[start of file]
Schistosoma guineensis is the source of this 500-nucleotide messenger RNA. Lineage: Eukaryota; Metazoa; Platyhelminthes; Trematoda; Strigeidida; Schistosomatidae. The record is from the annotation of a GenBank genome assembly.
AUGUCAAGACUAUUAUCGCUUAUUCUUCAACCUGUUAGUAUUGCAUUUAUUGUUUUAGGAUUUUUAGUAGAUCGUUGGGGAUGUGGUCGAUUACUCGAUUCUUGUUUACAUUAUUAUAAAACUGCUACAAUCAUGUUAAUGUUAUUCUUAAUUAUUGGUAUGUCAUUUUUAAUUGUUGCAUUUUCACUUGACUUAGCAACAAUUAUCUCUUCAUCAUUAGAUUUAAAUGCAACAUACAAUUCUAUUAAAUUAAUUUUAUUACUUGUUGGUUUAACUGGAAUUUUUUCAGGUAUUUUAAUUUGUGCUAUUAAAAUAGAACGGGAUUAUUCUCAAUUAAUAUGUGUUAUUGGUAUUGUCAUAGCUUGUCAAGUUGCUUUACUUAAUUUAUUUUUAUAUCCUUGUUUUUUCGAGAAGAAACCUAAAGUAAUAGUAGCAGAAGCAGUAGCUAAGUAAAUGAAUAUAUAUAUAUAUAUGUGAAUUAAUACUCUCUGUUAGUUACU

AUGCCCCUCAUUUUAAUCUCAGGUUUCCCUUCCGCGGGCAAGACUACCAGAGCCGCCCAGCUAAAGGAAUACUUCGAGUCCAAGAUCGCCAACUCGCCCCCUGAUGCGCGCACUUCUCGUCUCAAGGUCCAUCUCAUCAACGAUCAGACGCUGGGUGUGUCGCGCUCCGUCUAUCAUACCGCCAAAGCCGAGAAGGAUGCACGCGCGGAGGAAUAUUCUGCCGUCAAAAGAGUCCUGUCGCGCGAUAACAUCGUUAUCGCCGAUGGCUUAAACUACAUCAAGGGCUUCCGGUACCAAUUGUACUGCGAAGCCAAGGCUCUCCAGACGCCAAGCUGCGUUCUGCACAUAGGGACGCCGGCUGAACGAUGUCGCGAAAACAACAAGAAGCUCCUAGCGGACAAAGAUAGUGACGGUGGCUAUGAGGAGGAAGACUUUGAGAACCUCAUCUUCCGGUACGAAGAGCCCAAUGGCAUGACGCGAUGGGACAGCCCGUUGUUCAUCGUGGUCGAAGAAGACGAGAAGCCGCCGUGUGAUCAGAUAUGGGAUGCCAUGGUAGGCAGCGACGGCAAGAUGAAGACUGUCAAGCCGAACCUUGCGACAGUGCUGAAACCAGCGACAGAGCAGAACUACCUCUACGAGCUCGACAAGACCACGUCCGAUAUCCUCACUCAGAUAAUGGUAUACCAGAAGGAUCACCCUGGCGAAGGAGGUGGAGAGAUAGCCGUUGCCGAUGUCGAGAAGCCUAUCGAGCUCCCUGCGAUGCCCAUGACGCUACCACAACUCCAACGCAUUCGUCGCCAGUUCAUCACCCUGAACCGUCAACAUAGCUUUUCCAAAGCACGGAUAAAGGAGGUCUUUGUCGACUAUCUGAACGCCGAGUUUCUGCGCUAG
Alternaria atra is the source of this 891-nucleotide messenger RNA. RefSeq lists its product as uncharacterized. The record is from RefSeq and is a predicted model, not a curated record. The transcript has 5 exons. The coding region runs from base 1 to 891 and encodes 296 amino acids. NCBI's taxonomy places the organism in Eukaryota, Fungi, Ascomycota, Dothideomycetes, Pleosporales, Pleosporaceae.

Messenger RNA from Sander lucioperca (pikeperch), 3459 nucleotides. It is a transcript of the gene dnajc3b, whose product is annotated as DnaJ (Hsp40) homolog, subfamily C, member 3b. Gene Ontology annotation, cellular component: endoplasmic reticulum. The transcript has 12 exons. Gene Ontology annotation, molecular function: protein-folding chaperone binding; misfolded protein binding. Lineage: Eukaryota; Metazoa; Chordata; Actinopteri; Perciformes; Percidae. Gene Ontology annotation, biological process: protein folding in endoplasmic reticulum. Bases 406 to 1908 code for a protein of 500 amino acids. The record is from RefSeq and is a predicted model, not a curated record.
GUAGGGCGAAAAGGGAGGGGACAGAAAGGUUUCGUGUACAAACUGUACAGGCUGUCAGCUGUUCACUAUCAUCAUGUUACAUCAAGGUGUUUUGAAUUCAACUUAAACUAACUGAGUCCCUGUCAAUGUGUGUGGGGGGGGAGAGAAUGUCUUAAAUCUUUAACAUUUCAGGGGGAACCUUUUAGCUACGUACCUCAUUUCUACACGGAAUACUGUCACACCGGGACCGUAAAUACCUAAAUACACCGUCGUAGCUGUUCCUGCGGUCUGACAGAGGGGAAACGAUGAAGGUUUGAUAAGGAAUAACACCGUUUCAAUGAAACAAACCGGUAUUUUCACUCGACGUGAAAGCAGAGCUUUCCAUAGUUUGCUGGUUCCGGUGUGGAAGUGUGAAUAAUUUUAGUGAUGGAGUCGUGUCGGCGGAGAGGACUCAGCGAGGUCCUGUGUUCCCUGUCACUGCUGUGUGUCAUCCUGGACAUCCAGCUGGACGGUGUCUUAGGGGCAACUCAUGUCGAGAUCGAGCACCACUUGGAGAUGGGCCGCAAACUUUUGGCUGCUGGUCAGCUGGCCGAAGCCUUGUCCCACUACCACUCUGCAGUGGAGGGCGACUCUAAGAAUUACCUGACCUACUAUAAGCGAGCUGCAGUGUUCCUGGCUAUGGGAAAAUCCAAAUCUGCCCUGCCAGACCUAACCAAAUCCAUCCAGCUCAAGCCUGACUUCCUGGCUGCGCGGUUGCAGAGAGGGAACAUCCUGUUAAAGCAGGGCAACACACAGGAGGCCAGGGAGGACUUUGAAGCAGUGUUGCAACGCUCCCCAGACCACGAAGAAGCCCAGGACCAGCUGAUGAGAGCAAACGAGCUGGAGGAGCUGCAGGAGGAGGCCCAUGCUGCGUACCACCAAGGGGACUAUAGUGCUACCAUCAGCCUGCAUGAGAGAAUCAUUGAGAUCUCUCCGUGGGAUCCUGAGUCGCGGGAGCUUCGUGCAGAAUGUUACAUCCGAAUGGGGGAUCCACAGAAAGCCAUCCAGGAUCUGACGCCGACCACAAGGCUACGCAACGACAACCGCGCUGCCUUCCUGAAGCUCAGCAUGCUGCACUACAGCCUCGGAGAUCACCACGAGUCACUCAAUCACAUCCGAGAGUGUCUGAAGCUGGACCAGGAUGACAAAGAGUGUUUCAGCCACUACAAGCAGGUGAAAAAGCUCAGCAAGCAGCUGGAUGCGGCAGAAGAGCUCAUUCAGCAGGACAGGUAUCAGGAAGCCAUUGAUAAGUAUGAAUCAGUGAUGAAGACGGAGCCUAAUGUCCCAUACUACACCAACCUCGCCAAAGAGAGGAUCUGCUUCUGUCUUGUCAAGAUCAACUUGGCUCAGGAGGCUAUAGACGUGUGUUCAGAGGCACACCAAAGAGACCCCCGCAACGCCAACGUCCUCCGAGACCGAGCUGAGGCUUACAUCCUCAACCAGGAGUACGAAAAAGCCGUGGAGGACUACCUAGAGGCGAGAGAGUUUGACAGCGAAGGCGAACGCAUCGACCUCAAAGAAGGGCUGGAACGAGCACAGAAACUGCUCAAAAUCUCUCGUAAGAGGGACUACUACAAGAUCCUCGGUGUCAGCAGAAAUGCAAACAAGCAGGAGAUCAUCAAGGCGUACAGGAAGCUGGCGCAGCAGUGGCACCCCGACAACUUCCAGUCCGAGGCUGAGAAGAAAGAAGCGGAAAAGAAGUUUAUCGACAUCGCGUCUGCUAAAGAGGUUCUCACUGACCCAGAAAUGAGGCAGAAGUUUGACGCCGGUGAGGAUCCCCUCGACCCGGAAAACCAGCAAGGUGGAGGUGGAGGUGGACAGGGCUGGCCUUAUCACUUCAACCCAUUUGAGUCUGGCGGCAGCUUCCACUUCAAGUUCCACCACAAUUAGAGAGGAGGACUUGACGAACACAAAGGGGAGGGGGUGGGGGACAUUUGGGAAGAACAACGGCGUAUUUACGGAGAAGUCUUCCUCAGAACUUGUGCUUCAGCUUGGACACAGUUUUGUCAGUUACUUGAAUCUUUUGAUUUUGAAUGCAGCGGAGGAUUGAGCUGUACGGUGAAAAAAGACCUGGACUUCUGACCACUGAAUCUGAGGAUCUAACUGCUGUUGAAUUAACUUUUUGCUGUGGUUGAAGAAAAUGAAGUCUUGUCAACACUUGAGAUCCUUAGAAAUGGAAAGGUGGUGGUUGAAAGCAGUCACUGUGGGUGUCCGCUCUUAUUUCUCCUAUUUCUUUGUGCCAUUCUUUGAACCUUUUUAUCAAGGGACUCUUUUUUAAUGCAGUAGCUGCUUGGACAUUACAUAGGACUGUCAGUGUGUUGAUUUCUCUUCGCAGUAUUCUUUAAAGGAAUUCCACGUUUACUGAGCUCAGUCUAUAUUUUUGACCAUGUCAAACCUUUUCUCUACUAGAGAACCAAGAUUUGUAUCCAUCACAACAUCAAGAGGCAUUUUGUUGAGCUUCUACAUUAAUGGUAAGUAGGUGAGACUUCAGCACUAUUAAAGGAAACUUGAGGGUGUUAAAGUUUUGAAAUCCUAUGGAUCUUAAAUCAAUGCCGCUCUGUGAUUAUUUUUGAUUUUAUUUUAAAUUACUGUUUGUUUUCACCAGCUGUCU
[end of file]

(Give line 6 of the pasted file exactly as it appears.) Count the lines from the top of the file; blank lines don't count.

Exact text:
GUAGGGCGAAAAGGGAGGGGACAGAAAGGUUUCGUGUACAAACUGUACAGGCUGUCAGCUGUUCACUAUCAUCAUGUUACAUCAAGGUGUUUUGAAUUCAACUUAAACUAACUGAGUCCCUGUCAAUGUGUGUGGGGGGGGAGAGAAUGUCUUAAAUCUUUAACAUUUCAGGGGGAACCUUUUAGCUACGUACCUCAUUUCUACACGGAAUACUGUCACACCGGGACCGUAAAUACCUAAAUACACCGUCGUAGCUGUUCCUGCGGUCUGACAGAGGGGAAACGAUGAAGGUUUGAUAAGGAAUAACACCGUUUCAAUGAAACAAACCGGUAUUUUCACUCGACGUGAAAGCAGAGCUUUCCAUAGUUUGCUGGUUCCGGUGUGGAAGUGUGAAUAAUUUUAGUGAUGGAGUCGUGUCGGCGGAGAGGACUCAGCGAGGUCCUGUGUUCCCUGUCACUGCUGUGUGUCAUCCUGGACAUCCAGCUGGACGGUGUCUUAGGGGCAACUCAUGUCGAGAUCGAGCACCACUUGGAGAUGGGCCGCAAACUUUUGGCUGCUGGUCAGCUGGCCGAAGCCUUGUCCCACUACCACUCUGCAGUGGAGGGCGACUCUAAGAAUUACCUGACCUACUAUAAGCGAGCUGCAGUGUUCCUGGCUAUGGGAAAAUCCAAAUCUGCCCUGCCAGACCUAACCAAAUCCAUCCAGCUCAAGCCUGACUUCCUGGCUGCGCGGUUGCAGAGAGGGAACAUCCUGUUAAAGCAGGGCAACACACAGGAGGCCAGGGAGGACUUUGAAGCAGUGUUGCAACGCUCCCCAGACCACGAAGAAGCCCAGGACCAGCUGAUGAGAGCAAACGAGCUGGAGGAGCUGCAGGAGGAGGCCCAUGCUGCGUACCACCAAGGGGACUAUAGUGCUACCAUCAGCCUGCAUGAGAGAAUCAUUGAGAUCUCUCCGUGGGAUCCUGAGUCGCGGGAGCUUCGUGCAGAAUGUUACAUCCGAAUGGGGGAUCCACAGAAAGCCAUCCAGGAUCUGACGCCGACCACAAGGCUACGCAACGACAACCGCGCUGCCUUCCUGAAGCUCAGCAUGCUGCACUACAGCCUCGGAGAUCACCACGAGUCACUCAAUCACAUCCGAGAGUGUCUGAAGCUGGACCAGGAUGACAAAGAGUGUUUCAGCCACUACAAGCAGGUGAAAAAGCUCAGCAAGCAGCUGGAUGCGGCAGAAGAGCUCAUUCAGCAGGACAGGUAUCAGGAAGCCAUUGAUAAGUAUGAAUCAGUGAUGAAGACGGAGCCUAAUGUCCCAUACUACACCAACCUCGCCAAAGAGAGGAUCUGCUUCUGUCUUGUCAAGAUCAACUUGGCUCAGGAGGCUAUAGACGUGUGUUCAGAGGCACACCAAAGAGACCCCCGCAACGCCAACGUCCUCCGAGACCGAGCUGAGGCUUACAUCCUCAACCAGGAGUACGAAAAAGCCGUGGAGGACUACCUAGAGGCGAGAGAGUUUGACAGCGAAGGCGAACGCAUCGACCUCAAAGAAGGGCUGGAACGAGCACAGAAACUGCUCAAAAUCUCUCGUAAGAGGGACUACUACAAGAUCCUCGGUGUCAGCAGAAAUGCAAACAAGCAGGAGAUCAUCAAGGCGUACAGGAAGCUGGCGCAGCAGUGGCACCCCGACAACUUCCAGUCCGAGGCUGAGAAGAAAGAAGCGGAAAAGAAGUUUAUCGACAUCGCGUCUGCUAAAGAGGUUCUCACUGACCCAGAAAUGAGGCAGAAGUUUGACGCCGGUGAGGAUCCCCUCGACCCGGAAAACCAGCAAGGUGGAGGUGGAGGUGGACAGGGCUGGCCUUAUCACUUCAACCCAUUUGAGUCUGGCGGCAGCUUCCACUUCAAGUUCCACCACAAUUAGAGAGGAGGACUUGACGAACACAAAGGGGAGGGGGUGGGGGACAUUUGGGAAGAACAACGGCGUAUUUACGGAGAAGUCUUCCUCAGAACUUGUGCUUCAGCUUGGACACAGUUUUGUCAGUUACUUGAAUCUUUUGAUUUUGAAUGCAGCGGAGGAUUGAGCUGUACGGUGAAAAAAGACCUGGACUUCUGACCACUGAAUCUGAGGAUCUAACUGCUGUUGAAUUAACUUUUUGCUGUGGUUGAAGAAAAUGAAGUCUUGUCAACACUUGAGAUCCUUAGAAAUGGAAAGGUGGUGGUUGAAAGCAGUCACUGUGGGUGUCCGCUCUUAUUUCUCCUAUUUCUUUGUGCCAUUCUUUGAACCUUUUUAUCAAGGGACUCUUUUUUAAUGCAGUAGCUGCUUGGACAUUACAUAGGACUGUCAGUGUGUUGAUUUCUCUUCGCAGUAUUCUUUAAAGGAAUUCCACGUUUACUGAGCUCAGUCUAUAUUUUUGACCAUGUCAAACCUUUUCUCUACUAGAGAACCAAGAUUUGUAUCCAUCACAACAUCAAGAGGCAUUUUGUUGAGCUUCUACAUUAAUGGUAAGUAGGUGAGACUUCAGCACUAUUAAAGGAAACUUGAGGGUGUUAAAGUUUUGAAAUCCUAUGGAUCUUAAAUCAAUGCCGCUCUGUGAUUAUUUUUGAUUUUAUUUUAAAUUACUGUUUGUUUUCACCAGCUGUCU